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Exclusive: African immigrant-focused fintech LemFi raises $33 million

Aug 24, 2023
Illustration of a collage of money elements and a compass.

Illustration: Aïda Amer/Axios

LemFi, a startup providing banking and remittance services to African immigrants in the U.S., U.K. and Canada, raised a $33 million Series A led by Left Lane Capital, the company tells Axios exclusively.

Why it matters: The company seeks to lower the cost of payments and international transfers to Africa.

How it works: LemFi (f.k.a. Lemonade Finance) provides an app that enables users to send, receive and hold currencies of both their country of origin and their country of residence.

  • The company works with partner banks in the U.S., U.K., and Canada to hold funds and make money transfers, and it manages a treasury of African currencies that are usually difficult or costly to exchange.
  • That enables it to offer international transfers with zero fees on transfers or account maintenance.

Context: The company was founded by Ridwan Olalere and Rian Cochran, who worked together building cross-border payment services at African super-app OPay.

  • In late 2020, they launched LemFi in Canada to provide low-cost remittance services to Nigeria, Ghana and Kenya.
  • Since then, they've expanded to the U.S. and U.K., and this year they added support for remittances in Senegal, Ivory Coast, Benin Republic, Cameroon, Tanzania, Rwanda and Uganda.

What they're saying: "LemFi is one of the only businesses where, as a Ghanaian, not only can you hold GBP in your account while in the U.K., but you can also hold Ghanaian cedi in the U.K. That changes everything," Olalere says.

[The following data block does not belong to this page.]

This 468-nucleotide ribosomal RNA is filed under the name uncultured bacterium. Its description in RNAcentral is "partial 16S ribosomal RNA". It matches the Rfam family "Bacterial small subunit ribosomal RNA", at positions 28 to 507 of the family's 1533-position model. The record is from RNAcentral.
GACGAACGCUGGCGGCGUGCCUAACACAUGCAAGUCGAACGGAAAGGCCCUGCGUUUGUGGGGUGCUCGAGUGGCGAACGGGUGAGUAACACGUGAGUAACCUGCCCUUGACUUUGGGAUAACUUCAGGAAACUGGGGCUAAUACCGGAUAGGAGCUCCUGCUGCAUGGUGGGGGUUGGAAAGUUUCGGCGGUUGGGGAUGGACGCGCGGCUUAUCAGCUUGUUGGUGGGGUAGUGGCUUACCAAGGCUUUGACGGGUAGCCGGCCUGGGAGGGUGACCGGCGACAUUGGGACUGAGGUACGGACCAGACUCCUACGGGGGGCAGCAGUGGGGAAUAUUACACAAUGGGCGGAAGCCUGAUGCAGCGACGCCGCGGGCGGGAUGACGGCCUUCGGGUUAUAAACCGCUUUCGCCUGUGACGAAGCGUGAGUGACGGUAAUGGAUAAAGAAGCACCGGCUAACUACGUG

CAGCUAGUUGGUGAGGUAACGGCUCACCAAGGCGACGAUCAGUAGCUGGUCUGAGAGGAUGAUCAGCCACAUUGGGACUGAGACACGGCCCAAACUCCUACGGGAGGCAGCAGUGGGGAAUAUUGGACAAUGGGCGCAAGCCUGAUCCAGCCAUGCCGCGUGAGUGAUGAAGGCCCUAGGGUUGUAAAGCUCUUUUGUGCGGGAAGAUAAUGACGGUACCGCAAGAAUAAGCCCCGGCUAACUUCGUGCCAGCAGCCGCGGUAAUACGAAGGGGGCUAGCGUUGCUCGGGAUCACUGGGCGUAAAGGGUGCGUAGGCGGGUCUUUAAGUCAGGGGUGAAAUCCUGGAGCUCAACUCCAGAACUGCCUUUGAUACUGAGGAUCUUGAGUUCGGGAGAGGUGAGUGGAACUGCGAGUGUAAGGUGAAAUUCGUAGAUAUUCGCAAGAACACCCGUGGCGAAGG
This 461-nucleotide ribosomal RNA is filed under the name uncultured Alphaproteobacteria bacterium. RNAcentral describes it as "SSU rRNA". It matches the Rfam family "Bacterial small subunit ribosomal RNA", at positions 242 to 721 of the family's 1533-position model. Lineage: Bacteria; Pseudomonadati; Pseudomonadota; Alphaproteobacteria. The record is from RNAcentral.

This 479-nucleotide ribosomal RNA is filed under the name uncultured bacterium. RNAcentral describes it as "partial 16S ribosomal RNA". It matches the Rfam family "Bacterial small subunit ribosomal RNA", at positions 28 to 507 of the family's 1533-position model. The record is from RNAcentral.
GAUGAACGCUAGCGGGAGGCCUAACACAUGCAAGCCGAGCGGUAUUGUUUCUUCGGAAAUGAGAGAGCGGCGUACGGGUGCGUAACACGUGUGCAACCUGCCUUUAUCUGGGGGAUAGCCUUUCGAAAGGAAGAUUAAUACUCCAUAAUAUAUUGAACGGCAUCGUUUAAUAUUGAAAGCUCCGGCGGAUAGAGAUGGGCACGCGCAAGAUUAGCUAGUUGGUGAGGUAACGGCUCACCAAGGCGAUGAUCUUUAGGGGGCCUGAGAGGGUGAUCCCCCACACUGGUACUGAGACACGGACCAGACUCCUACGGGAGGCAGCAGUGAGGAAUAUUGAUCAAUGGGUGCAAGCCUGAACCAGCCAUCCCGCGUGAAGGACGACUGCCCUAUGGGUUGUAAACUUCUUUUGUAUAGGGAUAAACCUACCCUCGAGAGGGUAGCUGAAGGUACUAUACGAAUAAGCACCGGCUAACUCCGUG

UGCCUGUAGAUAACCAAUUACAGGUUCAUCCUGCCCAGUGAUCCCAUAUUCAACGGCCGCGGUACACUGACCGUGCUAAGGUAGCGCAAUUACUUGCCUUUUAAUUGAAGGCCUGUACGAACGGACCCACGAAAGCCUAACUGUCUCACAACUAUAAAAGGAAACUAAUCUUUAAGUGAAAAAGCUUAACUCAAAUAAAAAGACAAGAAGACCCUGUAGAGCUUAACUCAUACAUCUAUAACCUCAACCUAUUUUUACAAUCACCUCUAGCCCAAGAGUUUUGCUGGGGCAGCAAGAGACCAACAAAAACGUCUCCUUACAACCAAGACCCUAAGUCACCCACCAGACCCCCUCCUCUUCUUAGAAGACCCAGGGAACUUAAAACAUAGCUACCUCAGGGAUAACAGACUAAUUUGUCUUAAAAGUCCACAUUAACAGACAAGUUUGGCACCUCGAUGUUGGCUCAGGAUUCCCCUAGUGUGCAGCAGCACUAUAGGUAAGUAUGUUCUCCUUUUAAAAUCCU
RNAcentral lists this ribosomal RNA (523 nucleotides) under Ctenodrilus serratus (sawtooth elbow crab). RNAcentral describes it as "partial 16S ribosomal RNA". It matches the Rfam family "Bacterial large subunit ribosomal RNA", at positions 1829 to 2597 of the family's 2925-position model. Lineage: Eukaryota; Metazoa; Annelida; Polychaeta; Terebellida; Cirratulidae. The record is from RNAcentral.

• "It means that while I'm in the U.K., I can still manage my bank account back home and I can interact between Lloyds Bank and my Ghanaian account."

State of play: LemFi's U.K. launch was facilitated by a strategic acquisition of Rightcard Payment Services, which gave it an electronic money institution (EMI) license from the UK's Financial Conduct Authority.

  • Since then, it has obtained an international money transfer operator (IMTO) license from the Central Bank of Nigeria.

What's next: With the funding — which was spread through multiple tranches over the past year and includes participation from Y-Combinator, Zrosk, Global Founders Capital and Olive Tree — LemFi plans to launch in Europe and the Middle East and expand its coverage in Africa.

  • Olalere says LemFi could again use strategic M&A to reach new markets faster.
  • "Some countries are very strict about issuing new licenses," he says. "In some instances, it makes more sense to acquire a payment license than to apply for one when it would take an unnecessarily long amount of time to get there."
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